Awakening Vol. 1

Written by Nick Tapalansky
Art by Alex Eckman-Lawn
144 pages, color
Published by Archaia

I think it’s safe to say, at this point, that everywhere you turn there’s a new zombie-related story being told. Movies, books, television shows, comics, video games, even works of classic literature are all being invaded by the walking dead. What that means, though, is that you really need to stand apart from everyone else if you’re going to try and spring a zombie story on your audience. Or at least, that’s the common train of thought. The thing is, I’m growing increasingly convinced that people are concentrating so much on the twist that they are losing sight of just telling a solid story.

Awakening Vol. 1′s high point is, easily, Alex Eckman-Lawn’s art. It appears as a mixture of paint and photo manipulation (although I’d hazard a guess that it’s all computer-generated), and in doing so it visually slides from one influence to the next. Some pages remind me of artists like Ben Templesmith and Ashley Wood, the next minute it’s more Bill Sienkiewicz or George Pratt. There’s a page early on where Eckman-Lawn has drawn Cynthia using a series of thick, heavy, brush strokes. Her hair cascades down around her face, with thin white lines weaving in and out to help set apart individual strands. With a yellow and orange background and the profile of Derrick in an inset panel, it shows off Eckman-Lawn’s strengths all at once. Her eyes are pitch black but somehow burn out of the page towards the reader with her conviction, even as Derrick’s gaze seems vacant and looking elsewhere. It’s a great look for the book, and if the entire comic looked just like this I’d have been delighted.

When you turn the page, Eckman-Lawn has shifted over into photo manipulation. Now Cynthia has an actual human face and hands, looking like a ghostly photograph hovering in a mixture of collage and paint. It’s a beautiful composition, but it’s strange because the sudden shift to this slightly different approach—and then another shift back on the next page to the earlier style—is a little disorienting. There doesn’t seem to be any rhyme or reason as to why some pages are done in one format and some are in another; sometimes individual panels on a page are photographs, only to then shift into a fully drawn piece by Eckman-Lawn. I don’t have a problem with photographs and comic art existing side by side, but there has to be a reason for the switching back and forth. It’s the one falling down portion of the art in Awakening, and I wish that Eckman-Lawn had settled on one method or the other and stuck with it. In some ways it feels almost like Eckman-Lawn is showing off his skills in multiple arenas (and don’t get me wrong, he’s good at what he does) but this isn’t the place for a demo portfolio.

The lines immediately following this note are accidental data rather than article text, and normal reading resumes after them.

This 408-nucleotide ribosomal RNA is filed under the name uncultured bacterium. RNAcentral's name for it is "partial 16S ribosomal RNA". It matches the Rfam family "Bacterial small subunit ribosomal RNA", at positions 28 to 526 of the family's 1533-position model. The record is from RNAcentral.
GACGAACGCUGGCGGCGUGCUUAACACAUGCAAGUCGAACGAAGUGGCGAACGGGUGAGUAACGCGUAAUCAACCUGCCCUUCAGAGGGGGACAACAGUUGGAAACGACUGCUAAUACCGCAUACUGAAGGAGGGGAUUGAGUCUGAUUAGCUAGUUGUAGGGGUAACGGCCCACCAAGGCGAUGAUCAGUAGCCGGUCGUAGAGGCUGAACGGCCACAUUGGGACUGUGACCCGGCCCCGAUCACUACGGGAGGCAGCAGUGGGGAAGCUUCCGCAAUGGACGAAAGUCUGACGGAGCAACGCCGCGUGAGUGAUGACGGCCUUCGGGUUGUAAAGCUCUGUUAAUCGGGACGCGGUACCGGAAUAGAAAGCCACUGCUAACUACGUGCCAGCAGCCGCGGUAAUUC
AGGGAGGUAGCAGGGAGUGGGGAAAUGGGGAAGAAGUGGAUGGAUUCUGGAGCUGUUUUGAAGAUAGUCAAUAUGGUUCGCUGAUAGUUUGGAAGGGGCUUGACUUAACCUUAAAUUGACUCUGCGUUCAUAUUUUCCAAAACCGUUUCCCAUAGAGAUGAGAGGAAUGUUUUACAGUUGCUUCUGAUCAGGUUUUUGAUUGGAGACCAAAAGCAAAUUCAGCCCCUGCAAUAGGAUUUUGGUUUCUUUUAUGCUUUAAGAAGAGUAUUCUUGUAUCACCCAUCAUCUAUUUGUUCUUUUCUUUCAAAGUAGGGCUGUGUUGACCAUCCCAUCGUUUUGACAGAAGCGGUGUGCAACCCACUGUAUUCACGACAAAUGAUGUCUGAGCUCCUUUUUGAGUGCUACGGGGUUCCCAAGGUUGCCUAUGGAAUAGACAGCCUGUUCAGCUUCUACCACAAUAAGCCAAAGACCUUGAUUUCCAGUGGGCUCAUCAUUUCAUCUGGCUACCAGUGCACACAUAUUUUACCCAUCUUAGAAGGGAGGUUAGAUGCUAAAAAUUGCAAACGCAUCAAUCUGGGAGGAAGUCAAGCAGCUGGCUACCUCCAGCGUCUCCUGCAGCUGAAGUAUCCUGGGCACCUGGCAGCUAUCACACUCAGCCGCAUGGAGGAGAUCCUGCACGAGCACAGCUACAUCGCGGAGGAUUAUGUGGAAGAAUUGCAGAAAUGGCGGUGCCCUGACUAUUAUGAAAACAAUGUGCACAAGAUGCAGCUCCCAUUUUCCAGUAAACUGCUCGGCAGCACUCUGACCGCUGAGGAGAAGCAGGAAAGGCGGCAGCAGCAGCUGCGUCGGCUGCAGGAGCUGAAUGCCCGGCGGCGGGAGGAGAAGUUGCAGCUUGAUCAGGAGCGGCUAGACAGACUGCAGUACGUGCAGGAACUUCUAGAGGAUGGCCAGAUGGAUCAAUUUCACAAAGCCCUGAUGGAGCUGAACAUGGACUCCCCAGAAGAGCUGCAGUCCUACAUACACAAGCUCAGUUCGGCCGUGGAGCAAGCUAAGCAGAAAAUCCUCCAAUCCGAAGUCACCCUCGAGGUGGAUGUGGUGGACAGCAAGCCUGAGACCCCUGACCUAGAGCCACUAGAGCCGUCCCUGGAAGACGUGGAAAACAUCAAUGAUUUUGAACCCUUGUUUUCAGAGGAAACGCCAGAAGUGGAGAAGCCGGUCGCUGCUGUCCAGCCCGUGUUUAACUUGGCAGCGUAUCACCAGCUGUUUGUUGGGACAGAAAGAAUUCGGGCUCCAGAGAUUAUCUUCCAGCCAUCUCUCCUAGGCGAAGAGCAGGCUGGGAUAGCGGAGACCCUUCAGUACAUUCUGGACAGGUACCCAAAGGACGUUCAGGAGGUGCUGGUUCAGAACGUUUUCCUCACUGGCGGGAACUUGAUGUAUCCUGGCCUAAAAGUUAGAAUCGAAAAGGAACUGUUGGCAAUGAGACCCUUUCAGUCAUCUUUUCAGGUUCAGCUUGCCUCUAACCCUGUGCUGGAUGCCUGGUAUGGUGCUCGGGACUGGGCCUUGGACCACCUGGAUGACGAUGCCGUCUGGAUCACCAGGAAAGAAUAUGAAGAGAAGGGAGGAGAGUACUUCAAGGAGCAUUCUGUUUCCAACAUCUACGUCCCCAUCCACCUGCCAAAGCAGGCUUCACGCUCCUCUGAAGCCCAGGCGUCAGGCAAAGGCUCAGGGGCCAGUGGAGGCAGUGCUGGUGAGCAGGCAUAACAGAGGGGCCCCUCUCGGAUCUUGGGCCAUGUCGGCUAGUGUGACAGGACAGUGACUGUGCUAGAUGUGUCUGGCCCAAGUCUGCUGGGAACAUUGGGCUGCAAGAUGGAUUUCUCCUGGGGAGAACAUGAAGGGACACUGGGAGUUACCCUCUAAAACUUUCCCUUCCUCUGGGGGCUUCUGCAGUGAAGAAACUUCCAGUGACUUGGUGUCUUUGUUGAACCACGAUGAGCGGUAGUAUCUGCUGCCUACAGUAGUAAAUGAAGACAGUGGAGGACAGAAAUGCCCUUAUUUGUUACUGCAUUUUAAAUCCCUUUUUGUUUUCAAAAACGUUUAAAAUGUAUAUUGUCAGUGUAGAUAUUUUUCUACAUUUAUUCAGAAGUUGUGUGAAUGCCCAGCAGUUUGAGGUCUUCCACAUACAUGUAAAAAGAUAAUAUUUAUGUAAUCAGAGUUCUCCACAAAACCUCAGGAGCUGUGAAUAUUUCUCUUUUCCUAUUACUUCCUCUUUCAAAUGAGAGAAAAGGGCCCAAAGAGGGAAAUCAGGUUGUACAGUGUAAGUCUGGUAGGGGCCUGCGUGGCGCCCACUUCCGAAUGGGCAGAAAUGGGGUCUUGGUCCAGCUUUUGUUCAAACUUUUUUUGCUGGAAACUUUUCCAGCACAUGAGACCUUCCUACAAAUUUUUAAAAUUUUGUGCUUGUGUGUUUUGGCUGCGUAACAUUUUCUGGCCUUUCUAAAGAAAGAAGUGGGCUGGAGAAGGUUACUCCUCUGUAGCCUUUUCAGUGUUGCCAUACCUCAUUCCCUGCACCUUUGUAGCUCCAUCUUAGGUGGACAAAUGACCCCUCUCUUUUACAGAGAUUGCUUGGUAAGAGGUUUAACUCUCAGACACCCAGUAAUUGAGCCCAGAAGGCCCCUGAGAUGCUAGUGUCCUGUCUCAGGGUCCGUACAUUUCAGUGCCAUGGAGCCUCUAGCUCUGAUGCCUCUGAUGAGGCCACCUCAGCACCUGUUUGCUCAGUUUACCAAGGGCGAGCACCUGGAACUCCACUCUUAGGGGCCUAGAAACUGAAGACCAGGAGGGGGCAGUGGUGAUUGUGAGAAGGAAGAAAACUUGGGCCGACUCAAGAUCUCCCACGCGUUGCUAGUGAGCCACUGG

Nick Tapalansky’s story in Awakening also feels like it’s trying a little too hard to stand out. Awakening moves at a sluggish pace, presumably so that when Tapalansky unveils his big surprise on the reader they’ve all started to think it was something else. The problem with that is two-fold; it’s not that big of a twist, and it takes a little too long to get there. In some ways Awakening actually reminds me of a computer game, but one where the player keeps running in circles and taking forever to get to the plot points that will advance the game into the next stage. With the pharmaceutical factory looming around the corner and law enforcement arriving in the town, enough emphasis is placed on these items that it’s hard to not think of all the different possibilities that the story can go, and Awakening certainly chooses one of them rather than leaping out with something completely off the wall. Tapalansky has a good idea, but he needs to focus more on simply telling it than trying to fake out the reader.

I don’t think it’s a coincidence that the strongest zombie comic on the stands right now is The Walking Dead. I think that’s in no small part because Robert Kirkman’s story in the book is straightforward and concentrates on just telling the best zombie story possible. I think that’s what the second volume of Awakening needs to do if it’s going to keep an audience. Trying to set yourself apart from the rest of the pack (zombie or otherwise) is a good idea, but it can’t do so if it sacrifices storytelling as well. Tapalansky and Eckman-Lawn show some promise here, but a less-is-more approach would probably do both of them some good.

Purchase Links: Amazon.com | Powell’s Books

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